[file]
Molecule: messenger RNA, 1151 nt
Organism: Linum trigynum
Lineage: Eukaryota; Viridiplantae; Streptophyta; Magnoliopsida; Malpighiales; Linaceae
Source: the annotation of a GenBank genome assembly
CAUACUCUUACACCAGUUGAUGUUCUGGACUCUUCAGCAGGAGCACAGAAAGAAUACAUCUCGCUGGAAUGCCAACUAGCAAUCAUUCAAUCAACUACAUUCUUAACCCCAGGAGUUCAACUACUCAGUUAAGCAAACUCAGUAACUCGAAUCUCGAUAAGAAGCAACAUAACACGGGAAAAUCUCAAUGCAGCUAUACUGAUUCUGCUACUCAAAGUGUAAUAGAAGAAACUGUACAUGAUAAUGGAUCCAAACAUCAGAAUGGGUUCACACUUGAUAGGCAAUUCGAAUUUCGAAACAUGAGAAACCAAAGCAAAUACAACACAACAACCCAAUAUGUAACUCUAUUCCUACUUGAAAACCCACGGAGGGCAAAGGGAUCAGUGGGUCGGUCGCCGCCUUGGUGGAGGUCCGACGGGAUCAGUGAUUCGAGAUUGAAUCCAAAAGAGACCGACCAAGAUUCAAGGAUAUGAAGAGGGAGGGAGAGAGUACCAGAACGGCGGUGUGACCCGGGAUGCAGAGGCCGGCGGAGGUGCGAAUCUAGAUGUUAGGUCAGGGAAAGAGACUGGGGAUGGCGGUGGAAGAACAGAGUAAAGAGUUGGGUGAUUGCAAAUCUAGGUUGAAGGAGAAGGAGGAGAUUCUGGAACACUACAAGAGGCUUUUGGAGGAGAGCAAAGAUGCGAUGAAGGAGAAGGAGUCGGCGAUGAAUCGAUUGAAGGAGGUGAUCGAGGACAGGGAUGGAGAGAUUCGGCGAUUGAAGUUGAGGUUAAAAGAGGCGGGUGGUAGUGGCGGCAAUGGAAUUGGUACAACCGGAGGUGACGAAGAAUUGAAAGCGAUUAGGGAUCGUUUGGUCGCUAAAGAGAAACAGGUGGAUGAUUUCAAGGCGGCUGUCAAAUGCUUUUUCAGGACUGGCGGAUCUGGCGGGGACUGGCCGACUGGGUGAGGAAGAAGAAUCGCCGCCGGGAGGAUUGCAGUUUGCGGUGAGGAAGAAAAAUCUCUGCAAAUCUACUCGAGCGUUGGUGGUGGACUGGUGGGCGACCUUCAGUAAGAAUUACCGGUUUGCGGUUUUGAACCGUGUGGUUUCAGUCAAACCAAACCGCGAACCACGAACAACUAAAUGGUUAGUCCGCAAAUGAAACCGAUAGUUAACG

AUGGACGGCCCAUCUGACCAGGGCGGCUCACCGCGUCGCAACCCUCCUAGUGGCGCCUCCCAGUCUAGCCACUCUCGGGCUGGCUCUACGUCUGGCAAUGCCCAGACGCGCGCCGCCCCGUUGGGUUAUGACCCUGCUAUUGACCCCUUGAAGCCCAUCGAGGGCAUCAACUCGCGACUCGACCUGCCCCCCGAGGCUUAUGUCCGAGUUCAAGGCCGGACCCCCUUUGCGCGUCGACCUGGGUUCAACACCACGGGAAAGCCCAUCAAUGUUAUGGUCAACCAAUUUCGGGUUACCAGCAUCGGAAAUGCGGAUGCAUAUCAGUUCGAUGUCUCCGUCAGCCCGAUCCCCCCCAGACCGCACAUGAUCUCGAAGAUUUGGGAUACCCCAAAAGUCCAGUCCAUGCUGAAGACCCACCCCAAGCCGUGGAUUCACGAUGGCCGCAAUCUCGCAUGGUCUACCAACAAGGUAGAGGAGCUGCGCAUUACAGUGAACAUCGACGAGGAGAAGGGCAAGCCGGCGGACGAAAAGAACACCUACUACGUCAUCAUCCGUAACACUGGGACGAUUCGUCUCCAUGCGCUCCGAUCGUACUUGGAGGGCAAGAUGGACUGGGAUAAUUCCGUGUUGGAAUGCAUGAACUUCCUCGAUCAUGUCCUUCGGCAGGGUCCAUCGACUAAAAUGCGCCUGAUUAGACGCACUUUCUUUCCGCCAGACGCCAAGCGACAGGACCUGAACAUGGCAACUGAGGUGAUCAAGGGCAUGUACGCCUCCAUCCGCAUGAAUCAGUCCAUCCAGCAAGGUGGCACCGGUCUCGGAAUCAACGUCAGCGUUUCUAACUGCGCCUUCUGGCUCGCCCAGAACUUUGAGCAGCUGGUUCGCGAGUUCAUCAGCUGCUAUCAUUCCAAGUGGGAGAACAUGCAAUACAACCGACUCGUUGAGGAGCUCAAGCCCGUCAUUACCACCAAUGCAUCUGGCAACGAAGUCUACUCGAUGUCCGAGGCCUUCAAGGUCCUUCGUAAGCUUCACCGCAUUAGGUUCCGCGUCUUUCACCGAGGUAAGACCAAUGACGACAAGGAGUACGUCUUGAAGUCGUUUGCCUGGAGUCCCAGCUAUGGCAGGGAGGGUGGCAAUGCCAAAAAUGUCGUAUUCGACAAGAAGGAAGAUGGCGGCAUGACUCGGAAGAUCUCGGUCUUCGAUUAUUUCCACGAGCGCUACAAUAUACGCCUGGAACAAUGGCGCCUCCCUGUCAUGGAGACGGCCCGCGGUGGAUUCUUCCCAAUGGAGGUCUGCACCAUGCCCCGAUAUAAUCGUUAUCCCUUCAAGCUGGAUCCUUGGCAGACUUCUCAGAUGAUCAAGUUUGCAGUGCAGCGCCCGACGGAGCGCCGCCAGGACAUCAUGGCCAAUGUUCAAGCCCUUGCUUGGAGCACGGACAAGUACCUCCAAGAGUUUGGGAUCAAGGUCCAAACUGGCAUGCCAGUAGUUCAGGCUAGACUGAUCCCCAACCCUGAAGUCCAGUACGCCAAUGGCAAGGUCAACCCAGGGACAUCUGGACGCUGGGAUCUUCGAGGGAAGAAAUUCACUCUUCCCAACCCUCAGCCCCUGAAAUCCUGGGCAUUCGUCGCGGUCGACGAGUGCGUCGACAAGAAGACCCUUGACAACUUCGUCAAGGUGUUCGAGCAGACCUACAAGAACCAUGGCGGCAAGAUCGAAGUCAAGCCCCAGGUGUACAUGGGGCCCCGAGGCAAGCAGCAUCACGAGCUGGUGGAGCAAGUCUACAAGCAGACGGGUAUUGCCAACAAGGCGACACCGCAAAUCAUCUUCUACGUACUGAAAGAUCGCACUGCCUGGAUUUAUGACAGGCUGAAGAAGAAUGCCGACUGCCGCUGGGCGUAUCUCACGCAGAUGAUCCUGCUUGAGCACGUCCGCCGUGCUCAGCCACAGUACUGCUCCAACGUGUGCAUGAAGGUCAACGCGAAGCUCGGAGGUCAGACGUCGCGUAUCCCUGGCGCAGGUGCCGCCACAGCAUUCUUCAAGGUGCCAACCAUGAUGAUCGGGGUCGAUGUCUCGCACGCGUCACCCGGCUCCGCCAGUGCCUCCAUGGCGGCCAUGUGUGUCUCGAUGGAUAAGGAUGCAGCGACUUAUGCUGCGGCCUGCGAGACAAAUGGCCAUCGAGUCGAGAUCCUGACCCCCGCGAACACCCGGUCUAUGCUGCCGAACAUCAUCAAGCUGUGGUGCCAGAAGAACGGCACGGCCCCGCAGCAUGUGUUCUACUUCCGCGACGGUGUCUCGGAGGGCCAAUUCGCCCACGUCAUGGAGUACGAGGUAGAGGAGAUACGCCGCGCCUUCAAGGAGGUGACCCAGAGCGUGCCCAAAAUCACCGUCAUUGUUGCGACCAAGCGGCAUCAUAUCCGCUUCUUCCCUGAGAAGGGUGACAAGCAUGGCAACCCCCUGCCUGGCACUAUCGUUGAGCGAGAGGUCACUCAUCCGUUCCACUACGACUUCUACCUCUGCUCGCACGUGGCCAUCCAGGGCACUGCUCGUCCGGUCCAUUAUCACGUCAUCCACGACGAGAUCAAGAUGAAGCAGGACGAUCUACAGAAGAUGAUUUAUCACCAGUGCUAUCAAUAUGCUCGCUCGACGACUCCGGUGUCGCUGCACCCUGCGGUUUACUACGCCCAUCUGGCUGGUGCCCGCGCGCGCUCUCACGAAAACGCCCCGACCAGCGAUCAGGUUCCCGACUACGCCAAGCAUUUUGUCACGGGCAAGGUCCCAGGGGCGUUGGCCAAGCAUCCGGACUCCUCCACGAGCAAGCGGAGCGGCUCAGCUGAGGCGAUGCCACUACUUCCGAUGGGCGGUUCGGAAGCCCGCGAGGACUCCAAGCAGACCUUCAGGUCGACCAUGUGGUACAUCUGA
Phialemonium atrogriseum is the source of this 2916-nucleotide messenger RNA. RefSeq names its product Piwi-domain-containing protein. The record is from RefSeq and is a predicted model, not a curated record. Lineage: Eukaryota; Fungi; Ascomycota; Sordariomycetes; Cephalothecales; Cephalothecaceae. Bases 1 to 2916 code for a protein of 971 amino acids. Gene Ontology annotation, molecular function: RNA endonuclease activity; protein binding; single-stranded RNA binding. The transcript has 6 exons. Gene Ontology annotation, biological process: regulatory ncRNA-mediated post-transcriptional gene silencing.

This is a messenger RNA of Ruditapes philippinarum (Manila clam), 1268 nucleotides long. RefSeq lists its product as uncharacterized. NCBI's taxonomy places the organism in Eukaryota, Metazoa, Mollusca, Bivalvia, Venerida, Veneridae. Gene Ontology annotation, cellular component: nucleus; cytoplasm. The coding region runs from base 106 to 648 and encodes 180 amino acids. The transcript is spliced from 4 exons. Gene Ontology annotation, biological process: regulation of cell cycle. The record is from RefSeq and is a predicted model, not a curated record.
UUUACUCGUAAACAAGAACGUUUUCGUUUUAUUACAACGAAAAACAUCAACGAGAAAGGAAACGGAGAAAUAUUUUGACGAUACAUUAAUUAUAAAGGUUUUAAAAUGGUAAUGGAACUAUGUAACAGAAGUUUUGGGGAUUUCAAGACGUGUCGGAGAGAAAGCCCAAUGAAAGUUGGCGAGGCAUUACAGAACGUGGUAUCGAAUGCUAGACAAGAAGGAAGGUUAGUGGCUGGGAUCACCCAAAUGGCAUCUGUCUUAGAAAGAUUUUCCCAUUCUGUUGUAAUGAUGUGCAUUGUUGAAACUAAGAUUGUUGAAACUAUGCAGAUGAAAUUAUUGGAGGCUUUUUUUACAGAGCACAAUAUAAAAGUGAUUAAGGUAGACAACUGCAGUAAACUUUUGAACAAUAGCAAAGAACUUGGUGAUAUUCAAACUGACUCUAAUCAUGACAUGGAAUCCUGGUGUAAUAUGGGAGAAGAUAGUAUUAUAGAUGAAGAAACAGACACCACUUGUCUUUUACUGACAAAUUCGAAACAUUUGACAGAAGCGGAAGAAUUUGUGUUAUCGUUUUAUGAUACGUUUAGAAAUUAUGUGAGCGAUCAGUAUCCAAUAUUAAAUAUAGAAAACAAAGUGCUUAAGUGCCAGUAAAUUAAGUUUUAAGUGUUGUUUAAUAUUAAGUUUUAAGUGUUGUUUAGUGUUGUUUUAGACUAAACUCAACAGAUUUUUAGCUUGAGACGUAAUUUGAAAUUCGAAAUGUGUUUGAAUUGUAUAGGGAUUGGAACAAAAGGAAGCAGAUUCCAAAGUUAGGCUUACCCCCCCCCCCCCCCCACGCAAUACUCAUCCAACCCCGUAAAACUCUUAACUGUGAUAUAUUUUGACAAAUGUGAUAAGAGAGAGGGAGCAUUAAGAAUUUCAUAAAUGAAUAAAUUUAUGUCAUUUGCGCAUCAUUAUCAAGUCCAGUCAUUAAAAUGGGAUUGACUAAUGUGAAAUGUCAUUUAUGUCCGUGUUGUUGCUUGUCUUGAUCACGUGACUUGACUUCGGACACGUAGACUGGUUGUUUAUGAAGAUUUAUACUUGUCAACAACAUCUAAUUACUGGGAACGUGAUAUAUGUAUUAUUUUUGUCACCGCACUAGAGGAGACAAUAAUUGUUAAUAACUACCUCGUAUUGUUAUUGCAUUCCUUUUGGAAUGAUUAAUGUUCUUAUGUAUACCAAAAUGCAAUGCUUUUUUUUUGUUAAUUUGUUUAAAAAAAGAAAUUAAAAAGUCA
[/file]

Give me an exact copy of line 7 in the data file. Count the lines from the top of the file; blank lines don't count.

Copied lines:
Phialemonium atrogriseum is the source of this 2916-nucleotide messenger RNA. RefSeq names its product Piwi-domain-containing protein. The record is from RefSeq and is a predicted model, not a curated record. Lineage: Eukaryota; Fungi; Ascomycota; Sordariomycetes; Cephalothecales; Cephalothecaceae. Bases 1 to 2916 code for a protein of 971 amino acids. Gene Ontology annotation, molecular function: RNA endonuclease activity; protein binding; single-stranded RNA binding. The transcript has 6 exons. Gene Ontology annotation, biological process: regulatory ncRNA-mediated post-transcriptional gene silencing.